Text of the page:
Family History of Diabetes: Implications for Illness Beliefs and Self-Care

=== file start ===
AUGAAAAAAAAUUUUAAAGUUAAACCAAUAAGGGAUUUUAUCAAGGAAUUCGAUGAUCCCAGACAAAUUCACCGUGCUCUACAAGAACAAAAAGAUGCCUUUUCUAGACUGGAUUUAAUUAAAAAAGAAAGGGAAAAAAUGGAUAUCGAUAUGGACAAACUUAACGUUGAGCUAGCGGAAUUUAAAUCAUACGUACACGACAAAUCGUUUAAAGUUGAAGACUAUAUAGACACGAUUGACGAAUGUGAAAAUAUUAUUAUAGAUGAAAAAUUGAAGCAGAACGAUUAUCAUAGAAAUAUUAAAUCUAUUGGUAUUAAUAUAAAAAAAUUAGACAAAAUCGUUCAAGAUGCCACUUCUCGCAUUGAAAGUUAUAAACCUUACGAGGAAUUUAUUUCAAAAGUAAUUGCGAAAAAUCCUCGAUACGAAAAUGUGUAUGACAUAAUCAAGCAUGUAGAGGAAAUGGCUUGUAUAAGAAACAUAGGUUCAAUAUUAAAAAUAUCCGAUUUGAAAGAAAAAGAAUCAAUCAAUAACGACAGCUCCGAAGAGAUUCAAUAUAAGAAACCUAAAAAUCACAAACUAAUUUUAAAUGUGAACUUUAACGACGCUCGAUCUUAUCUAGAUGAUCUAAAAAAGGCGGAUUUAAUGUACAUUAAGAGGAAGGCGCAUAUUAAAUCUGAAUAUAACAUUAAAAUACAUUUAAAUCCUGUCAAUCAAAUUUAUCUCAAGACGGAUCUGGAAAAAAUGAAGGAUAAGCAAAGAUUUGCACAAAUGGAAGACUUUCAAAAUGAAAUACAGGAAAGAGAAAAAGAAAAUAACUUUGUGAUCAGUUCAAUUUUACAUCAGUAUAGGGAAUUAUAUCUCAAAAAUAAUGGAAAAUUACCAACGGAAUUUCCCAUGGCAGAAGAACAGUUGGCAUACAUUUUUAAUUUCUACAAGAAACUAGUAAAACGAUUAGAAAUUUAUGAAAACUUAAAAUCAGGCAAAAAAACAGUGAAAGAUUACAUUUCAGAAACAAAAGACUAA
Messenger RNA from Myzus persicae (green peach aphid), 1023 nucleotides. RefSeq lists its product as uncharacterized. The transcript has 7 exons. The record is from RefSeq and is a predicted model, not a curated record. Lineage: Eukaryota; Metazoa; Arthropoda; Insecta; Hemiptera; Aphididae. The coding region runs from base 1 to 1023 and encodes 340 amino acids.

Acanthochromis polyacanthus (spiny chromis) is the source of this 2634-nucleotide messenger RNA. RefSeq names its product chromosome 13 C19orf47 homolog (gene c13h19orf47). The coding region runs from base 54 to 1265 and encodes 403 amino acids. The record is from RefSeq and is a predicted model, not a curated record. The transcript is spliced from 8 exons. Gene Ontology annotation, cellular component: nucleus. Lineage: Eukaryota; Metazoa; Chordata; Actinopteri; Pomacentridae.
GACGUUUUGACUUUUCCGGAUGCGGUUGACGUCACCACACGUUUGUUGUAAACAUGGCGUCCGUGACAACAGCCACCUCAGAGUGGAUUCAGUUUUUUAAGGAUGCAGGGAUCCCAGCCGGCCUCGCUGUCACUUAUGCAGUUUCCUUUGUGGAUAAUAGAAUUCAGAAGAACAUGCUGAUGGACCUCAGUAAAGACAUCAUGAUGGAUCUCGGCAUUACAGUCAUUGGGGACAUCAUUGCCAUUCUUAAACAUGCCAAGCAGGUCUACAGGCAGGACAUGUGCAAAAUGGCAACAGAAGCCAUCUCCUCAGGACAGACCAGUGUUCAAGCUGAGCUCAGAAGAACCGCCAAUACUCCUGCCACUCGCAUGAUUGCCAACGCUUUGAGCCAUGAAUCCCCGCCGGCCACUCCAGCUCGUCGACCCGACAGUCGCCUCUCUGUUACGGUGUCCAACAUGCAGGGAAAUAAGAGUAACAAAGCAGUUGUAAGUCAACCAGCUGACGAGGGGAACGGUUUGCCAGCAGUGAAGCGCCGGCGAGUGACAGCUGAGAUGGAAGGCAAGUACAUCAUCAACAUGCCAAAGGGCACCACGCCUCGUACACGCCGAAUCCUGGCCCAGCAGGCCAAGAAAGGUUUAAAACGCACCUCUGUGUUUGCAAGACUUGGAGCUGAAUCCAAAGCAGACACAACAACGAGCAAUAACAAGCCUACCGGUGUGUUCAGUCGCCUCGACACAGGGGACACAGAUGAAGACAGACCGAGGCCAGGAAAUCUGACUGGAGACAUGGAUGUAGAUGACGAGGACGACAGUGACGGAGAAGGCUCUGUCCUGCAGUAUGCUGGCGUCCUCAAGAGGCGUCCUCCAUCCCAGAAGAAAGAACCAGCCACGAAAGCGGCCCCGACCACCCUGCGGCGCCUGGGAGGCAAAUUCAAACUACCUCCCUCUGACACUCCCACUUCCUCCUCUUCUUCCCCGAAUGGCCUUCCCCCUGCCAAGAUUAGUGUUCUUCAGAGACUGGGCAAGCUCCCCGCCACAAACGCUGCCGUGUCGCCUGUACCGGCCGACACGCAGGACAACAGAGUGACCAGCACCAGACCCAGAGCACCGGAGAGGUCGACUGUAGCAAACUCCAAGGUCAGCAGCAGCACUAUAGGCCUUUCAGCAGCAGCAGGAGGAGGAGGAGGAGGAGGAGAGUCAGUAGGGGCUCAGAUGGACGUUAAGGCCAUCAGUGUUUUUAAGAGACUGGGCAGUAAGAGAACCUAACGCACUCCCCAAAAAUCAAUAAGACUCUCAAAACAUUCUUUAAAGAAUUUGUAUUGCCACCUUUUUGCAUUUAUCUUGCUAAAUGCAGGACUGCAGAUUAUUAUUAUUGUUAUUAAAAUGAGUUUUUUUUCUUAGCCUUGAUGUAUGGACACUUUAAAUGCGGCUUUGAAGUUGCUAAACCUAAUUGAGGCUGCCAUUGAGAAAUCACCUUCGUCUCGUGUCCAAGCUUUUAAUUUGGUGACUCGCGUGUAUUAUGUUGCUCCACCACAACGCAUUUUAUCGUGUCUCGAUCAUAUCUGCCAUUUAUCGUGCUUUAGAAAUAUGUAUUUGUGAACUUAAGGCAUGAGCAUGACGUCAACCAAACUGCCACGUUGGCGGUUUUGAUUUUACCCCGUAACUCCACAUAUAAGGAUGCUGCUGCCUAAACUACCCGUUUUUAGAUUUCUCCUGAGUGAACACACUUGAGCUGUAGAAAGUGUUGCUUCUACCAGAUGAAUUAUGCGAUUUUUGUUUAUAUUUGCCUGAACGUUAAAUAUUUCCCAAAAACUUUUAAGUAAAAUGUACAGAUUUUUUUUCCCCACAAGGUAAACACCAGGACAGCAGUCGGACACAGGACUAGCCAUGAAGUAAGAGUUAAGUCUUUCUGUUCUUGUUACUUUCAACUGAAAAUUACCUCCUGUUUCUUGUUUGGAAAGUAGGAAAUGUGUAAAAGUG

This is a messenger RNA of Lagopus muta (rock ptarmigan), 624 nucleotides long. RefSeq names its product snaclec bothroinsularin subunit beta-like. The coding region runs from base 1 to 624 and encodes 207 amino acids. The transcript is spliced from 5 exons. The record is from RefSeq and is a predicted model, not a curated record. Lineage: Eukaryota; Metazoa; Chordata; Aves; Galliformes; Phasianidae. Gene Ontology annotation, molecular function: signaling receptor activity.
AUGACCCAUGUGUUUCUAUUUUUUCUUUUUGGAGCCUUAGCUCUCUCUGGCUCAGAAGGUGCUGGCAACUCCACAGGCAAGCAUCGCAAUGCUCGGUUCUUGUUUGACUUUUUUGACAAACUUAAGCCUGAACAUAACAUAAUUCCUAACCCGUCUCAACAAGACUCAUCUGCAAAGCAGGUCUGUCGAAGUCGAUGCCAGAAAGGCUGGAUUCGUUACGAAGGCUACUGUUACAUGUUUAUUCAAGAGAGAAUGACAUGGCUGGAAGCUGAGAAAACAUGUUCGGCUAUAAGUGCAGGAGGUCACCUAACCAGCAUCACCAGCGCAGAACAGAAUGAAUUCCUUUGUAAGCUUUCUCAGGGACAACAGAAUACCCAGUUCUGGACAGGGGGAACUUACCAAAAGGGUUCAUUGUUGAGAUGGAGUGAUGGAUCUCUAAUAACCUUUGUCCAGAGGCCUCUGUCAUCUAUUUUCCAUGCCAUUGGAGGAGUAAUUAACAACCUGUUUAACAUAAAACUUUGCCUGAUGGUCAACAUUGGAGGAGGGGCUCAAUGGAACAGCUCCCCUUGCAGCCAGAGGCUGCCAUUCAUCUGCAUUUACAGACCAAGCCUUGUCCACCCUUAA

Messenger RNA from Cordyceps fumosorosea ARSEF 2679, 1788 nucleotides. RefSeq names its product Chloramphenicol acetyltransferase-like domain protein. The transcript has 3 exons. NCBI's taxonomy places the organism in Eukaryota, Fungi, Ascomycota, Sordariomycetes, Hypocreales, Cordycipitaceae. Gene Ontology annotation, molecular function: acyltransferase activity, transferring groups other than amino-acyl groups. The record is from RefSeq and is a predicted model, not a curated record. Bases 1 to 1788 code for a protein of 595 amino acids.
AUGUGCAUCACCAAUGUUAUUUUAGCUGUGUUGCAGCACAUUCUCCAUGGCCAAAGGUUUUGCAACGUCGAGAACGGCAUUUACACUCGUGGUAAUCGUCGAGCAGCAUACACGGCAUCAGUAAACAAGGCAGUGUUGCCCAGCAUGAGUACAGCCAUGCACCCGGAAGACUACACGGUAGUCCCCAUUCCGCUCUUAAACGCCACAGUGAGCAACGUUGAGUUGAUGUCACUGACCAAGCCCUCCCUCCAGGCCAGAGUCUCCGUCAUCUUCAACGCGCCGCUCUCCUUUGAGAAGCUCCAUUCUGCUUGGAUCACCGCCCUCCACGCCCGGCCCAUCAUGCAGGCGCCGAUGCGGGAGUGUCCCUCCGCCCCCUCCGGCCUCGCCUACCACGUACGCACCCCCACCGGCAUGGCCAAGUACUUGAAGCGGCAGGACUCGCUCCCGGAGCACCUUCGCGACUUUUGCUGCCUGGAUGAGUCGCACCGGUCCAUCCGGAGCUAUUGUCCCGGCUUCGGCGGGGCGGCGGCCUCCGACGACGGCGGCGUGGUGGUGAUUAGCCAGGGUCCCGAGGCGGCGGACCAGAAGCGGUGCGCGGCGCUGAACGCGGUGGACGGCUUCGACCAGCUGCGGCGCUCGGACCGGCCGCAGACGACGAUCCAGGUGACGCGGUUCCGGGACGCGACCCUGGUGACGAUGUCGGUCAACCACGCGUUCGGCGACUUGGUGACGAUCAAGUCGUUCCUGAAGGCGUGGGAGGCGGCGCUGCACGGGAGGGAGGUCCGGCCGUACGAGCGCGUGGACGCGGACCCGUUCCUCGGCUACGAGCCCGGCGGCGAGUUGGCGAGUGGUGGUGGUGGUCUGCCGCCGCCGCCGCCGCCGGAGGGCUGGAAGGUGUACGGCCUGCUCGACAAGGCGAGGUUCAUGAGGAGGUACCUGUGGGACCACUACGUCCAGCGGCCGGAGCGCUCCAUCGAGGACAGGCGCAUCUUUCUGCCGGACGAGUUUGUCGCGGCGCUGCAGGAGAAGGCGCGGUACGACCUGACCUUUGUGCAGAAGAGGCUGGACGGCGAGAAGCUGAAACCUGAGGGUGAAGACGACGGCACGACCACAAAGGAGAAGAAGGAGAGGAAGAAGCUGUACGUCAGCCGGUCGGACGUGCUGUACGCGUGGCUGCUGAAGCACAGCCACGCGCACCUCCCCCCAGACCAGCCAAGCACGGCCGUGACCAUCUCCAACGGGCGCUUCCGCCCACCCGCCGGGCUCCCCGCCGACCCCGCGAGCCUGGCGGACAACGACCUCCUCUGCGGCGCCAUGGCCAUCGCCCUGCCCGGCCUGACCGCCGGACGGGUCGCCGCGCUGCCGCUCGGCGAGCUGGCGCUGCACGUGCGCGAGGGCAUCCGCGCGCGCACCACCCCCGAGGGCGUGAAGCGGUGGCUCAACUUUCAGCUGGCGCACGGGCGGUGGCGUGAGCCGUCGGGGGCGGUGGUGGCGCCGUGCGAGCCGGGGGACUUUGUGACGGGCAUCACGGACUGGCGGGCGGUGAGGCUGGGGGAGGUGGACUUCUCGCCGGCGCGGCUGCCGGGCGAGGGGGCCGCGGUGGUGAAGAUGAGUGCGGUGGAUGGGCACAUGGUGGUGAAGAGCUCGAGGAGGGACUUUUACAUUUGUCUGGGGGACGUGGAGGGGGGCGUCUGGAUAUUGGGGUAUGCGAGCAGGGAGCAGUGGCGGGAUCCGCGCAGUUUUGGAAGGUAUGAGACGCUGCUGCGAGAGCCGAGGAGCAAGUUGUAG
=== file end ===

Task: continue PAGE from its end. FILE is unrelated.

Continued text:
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Introduction: Type 2 diabetes (T2DM) is a major public health problem and family history of diabetes (FHD) is a risk factor for developing diabetes, poorer self-care, and worse diabetes outcomes. However, the implications of a FHD for patients living with T2DM have been understudied. This study examined: 1) the relationship between a FHD, illness beliefs, and diabetes self-care, 2) the implications of specific characteristics of a FHD for illness beliefs and self-care behaviors among those participants with a FHD, and 3) the experience of FHD among adults in the Bronx with T2DM, via an exploratory pilot qualitative study.;Methods: Participants with T2DM (n = 120) completed self-report measures including the Illness Perception Questionnaire-Revised (IPQ-R), the Self-Care Inventory-Revised (SCI-R), and a FHD questionnaire, with 13 completing qualitative interviews. Quantitative data were analyzed cross-sectionally utilizing Spearman's correlations, Mann Whitney U-tests, independent samples t-tests, and chi-squares. The qualitative data were analyzed using Auerbach and Silverstein's method, based in grounded theory.;Results: Participants with a FHD had significantly higher IPQ-R negative emotional representations, M= .59, 95% CI [.2, .98], t(118) = 3.03,p = .003, and negative consequences subscale scores M= .36, 95% CI [.05, .68], t(118) = 2.314,p = .022 compared to those without. No significant difference between FHD groups was found on IPQ-R personal or treatment control or SCI-R scores. Among participants who endorsed a FHD (n = 90), descriptive correlational analyses found that IPQ-R treatment control subscale scores were positively correlated with timeline (acute/chronic) and personal treatment control. IPQR negative consequences subscale scores were correlated with both more negative emotional representations and higher SCI-R scores; negative emotional representations were also correlated with higher SCI-R scores. Number of very close family members who died of diabetes-related causes was significantly correlated with number of very close family members who had diabetes complications and number of family members who had very good control of their diabetes. Number of family members for whom diabetes had an effect on their day-to-day life was positively correlated with number of family members who had very good control of their diabetes, who had diabetes complications, and higher IPQ-R negative consequences subscale scores. Agreement that heredity is a likely cause of one's diabetes was correlated with lower IPQ-R personal control subscale scores, p= -0.21. IPQ-R timeline (acute/chronic) subscale scores were also positively correlated with number of very close family members who died from diabetes-related causes, p= .27. Number of very close relationships with family members who died from diabetes-related causes was associated with higher IPQ-R negative consequences subscale scores, M= .49, 95% CI [0.1, .88], t(44) = 2.55, p = 0.014. Participants who had close relationships with family members who died from diabetes-related causes also endorsed higher IPQ-R timeline (acute/chronic) subscale scores, U = 345.5, z = 1.99, p = .046. Three Theoretical Constructs: The Trauma of Diabetes in the Family, Silences Surrounding Diabetes and other Illnesses, and Belief in a Different Personal Legacy of Diabetes, comprised of eight Themes and 14 Repeating Ideas, were derived from the exploratory qualitative interviews. Participants described the devastating impact of a loved one's sudden diagnosis with diabetes, especially when accompanied by complications, patterns of family communication about illness, generational differences in the diabetes experience of their loved ones compared to themselves, and their own attempts at somatic-meaning making and greater agency regarding their T2DM.;Conclusions: The results of this study suggest that a FHD is associated with illness beliefs regarding greater consequences and more emotional representations of diabetes within our population of urban, socioeconomically marginalized adults with relatively poor diabetes self-management. Other differences between people with and without a FHD on illness beliefs and self-management behaviors were not found. Among participants with a FHD, specific attributes of one's FHD were associated with a chronic illness timeline and greater emotional representations and negative consequences. Qualitative findings suggest that FHD has informed how participants understanding of their loved ones' diabetes and their approach to their own diabetes when they were later diagnosed. The implications of these findings, limitations of the current study, and future research directions are also addressed.